Caroline O'Donnell is the Edgar A. Tafel Assistant Professor and director of the M.Arch. program at Cornell University. She is the principal of the design practice CODA, winner of MoMA/PS1's Young Architects' Program in 2013 with the project Party Wall. Other recent projects include Urchin, a pavilion for the Cornell Council for the Arts Biennial in 2016, and Confluence, a bridge and boardwalk for Peterborough, New Hampshire. O'Donnell is the editor of the Cornell Journal of Architecture and former founding editor of Pidgin magazine. Her first book, Niche Tactics: Generative Relationships between Architecture and Site, was published in April 2015.
O'Donnell was born in Athlone, Ireland, and raised there and in Derry, Northern Ireland. She received her B.Arch. from the Manchester School of Architecture, England; and her M.Arch. from Princeton University. Before teaching at Cornell, O'Donnell taught at the Irwin S. Chanin School of Architecture at The Cooper Union and worked at KCAP Architects and Planners in Rotterdam, Netherlands, and at Eisenman Architects in New York, where she was project leader for several projects including the Hamburg Library and the Pompei Santuario Railway Station.
- Cornell Journal of Architecture
- Partywall Website
- Niche Tactics: Generative Relationships Between Architecture and Site
- Skoglund Releases Short Films on Cornell M.Arch. Program
- Cornell Journal of Architecture Releases Spirits, Volume 10
- How CODA Used Hundreds of White Plastic Chairs To Build A Recyclable Pavilion
- Cornell Holds Leading Positions in 2017 Rankings of America's Top Architecture Schools
- Cornell Council for the Arts 2016 Biennial to Focus on Empathy
- ARCH 5101 Option Studio: PiecelinesAdvanced programs in architectural design, with options in, but not limited to, urban design, architectural technology, computational design, ecology, culture, and representation.
- ARCH 3101 Third Year Comprehensive Design StudioDesign and development of complex architectural projects situated in urban contexts and developed with regard to program, site, building, and representation.
- ARCH 4500 B./M.Arch. Seminar Sojourns: Rethinking the PublicationFor description, see .
- ARCH 3/6309 B./M.Arch. Seminar: Perceptual Genius: Experiencing Architecture from the Eye to the MindExamination of Japanese architecture (buildings and gardens) and their contexts: landscapes, settlements, and cities. The course is addressed to those interested in Japanese architecture as a manifestation of Japanese culture and as a subject for analysis. Emphasis is on underlying concepts, ordering principles, formal typologies, space and its representation, perceptual phenomena, and symbolic content. Readings focus on theoretical treatments of these aspects by Japanese and western writers.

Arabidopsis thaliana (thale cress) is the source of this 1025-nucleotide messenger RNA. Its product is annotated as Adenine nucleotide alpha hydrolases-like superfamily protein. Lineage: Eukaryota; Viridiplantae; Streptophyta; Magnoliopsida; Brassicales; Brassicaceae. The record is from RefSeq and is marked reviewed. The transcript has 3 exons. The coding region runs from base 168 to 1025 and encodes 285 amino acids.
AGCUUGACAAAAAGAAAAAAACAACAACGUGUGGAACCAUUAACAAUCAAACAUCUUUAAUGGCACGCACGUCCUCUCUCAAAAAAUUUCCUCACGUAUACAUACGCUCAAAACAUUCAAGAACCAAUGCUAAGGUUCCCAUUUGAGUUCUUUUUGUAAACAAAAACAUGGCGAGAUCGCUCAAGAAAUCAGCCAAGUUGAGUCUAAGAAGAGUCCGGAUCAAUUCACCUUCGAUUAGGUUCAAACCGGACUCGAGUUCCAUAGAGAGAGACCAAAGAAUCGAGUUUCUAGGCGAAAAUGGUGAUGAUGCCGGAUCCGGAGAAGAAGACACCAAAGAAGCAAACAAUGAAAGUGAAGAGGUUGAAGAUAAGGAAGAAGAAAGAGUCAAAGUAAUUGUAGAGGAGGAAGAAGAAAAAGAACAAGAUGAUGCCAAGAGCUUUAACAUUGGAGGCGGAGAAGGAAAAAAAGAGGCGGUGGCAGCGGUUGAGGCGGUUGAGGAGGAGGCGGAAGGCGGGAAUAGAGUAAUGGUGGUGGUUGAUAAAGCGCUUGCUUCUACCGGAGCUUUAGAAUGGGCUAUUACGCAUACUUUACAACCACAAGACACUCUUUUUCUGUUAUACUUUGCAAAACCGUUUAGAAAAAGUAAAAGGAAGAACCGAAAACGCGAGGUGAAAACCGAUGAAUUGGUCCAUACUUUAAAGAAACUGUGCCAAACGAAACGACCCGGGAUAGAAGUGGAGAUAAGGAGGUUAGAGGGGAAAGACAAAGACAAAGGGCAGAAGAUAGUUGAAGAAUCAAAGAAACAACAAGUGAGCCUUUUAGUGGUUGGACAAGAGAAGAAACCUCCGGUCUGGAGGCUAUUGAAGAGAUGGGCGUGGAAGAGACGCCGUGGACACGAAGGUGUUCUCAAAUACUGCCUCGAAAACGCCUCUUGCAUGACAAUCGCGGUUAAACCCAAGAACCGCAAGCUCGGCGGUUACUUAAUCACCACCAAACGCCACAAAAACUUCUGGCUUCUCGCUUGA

- ARCH 3/6308 B./M.Arch. Seminar: Unideal: Deviations from the Architecture of the IdealThis course addresses pertinent issues relative to the subject of Theory of Architecture. The instructor(s) of the course are drawn from the permanent and visiting faculty who may either broadly or narrowly define the course's scope and content. For precise content please see the Architecture Department webpage .
Awards, Grants, and Fellowships (Selected)
- Urban Punc., Europan 10 Competition, Leisnig with Troy Schaum, second prize (2010)
- Cornell Council for the Arts Grant, Self-Consuming exhibition, Cornell University (2009)
- 2007 Fellowship at Akademie Schloss Solitude, Stuttgart, Germany (2008, 2009)
- Suzanne Kolarik Underwood Prize, Princeton University (2006)
- Projectsubsidie, Fonds BKVB, Netherlands (2004)
Exhibitions and Presentations (Selected)
- Self-Consuming, Tjaden Experimental Gallery, Cornell University (2010)
- Bloodline, Akademie Schloss Solitude, Stuttgart, Germany (2009)
- The 13th Villa, Emerging Talents, Emerging Technologies; World Art Museum, Architecture Biennial, Beijing, selected exhibitor, Princeton University (2006)
- "Sex Cells: Genetics, Variation and Architecture," Thresholds 37 (2010)
- "Giraffes, Gibbons and Gibson," Log 8: 21–24
- "Tweak," Fear and Space (2004): 122–150